For monarchs' sake, spare the milkweed


Once among the most abundant and lovely of backyard summertime visitors, the monarch butterfly is vanishing at a disturbing rate.

Easy as it is to blame habitat abuse in the species' Mexican winter home, it turns out that harm done here may be even worse.

Not so long ago, the orange and black butterflies were everywhere in New England — backyard gardens were visited by dozens at a time. Last summer, though, weeks could go by without a sighting and it's getting worse fast.

Researchers say there are now only one-fifteenth as many monarchs as there were in 1997 and that the population in their Mexican range this winter has dropped by 59 percent from last year to this.

Some of the fault does lie with Mexico where loggers have stripped sections of the mountainous fir forests where the butterflies spend their winters. But those forests are now better protected and the cutting is greatly diminished.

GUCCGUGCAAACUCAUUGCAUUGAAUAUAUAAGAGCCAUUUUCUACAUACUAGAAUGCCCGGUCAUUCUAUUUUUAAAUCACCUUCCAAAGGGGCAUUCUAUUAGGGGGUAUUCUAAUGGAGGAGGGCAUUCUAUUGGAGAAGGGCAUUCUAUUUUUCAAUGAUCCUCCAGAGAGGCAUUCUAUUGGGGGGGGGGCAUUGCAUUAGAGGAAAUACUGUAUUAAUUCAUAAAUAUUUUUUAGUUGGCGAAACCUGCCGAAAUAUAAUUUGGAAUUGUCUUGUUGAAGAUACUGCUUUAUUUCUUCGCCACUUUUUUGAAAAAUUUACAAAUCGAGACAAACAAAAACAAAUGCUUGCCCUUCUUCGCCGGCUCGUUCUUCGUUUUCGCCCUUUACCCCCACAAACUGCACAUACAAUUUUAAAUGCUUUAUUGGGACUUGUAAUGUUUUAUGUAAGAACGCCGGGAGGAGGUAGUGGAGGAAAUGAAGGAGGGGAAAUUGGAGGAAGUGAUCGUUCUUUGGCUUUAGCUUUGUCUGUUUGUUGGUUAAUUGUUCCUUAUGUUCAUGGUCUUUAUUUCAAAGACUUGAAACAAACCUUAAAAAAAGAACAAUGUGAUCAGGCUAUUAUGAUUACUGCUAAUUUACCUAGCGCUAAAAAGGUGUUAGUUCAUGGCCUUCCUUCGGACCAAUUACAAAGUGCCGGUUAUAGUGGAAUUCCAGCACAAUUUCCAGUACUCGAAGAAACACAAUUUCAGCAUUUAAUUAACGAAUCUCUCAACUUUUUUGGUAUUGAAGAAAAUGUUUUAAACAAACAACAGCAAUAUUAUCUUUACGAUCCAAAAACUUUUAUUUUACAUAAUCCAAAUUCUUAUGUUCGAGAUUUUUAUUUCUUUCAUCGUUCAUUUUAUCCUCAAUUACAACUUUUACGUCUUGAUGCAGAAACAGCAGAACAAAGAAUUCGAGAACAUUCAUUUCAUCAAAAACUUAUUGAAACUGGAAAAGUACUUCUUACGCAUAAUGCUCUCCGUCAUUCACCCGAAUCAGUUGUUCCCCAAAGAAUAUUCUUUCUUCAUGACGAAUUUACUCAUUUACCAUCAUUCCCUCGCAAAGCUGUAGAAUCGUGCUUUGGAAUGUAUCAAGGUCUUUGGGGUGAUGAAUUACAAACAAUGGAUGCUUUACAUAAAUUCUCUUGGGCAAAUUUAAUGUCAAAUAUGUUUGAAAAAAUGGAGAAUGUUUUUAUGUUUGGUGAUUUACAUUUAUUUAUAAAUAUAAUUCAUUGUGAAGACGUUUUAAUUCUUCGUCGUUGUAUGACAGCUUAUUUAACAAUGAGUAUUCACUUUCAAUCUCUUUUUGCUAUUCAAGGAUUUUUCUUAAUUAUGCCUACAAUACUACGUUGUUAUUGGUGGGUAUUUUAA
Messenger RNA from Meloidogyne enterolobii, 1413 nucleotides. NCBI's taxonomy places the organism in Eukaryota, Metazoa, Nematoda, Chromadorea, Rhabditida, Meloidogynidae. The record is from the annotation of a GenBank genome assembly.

Not diminished at all, however, is the assault here on milkweed, the butterflies' primary source of food and the plant on which they lay their eggs.

Considered by many a roadside weed and nuisance,  milkweed is attacked with poison spray and weedwackers. Once everywhere along South Coast roadsides, the East Bay Bike Path — lots of places — milkweed has fallen victim to our preference for the well-manicured look. And as milkweed goes, so go monarch butterflies.

The only hope for these creatures is a less heavy-handed approach by all — highway road crews, landscapers and homeowners.

Milkweed may be a 'weed' to some. To a monarch butterfly it is life itself.


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Tony Gee

"The only hope for these creatures is a less heavy-handed approach by all — highway road crews, landscapers and homeowners."

Perhaps this is the only way for highway road crews, but landscapers and homeowners have lots of planting options, and many of these milkweeds species are surprisingly beautiful:

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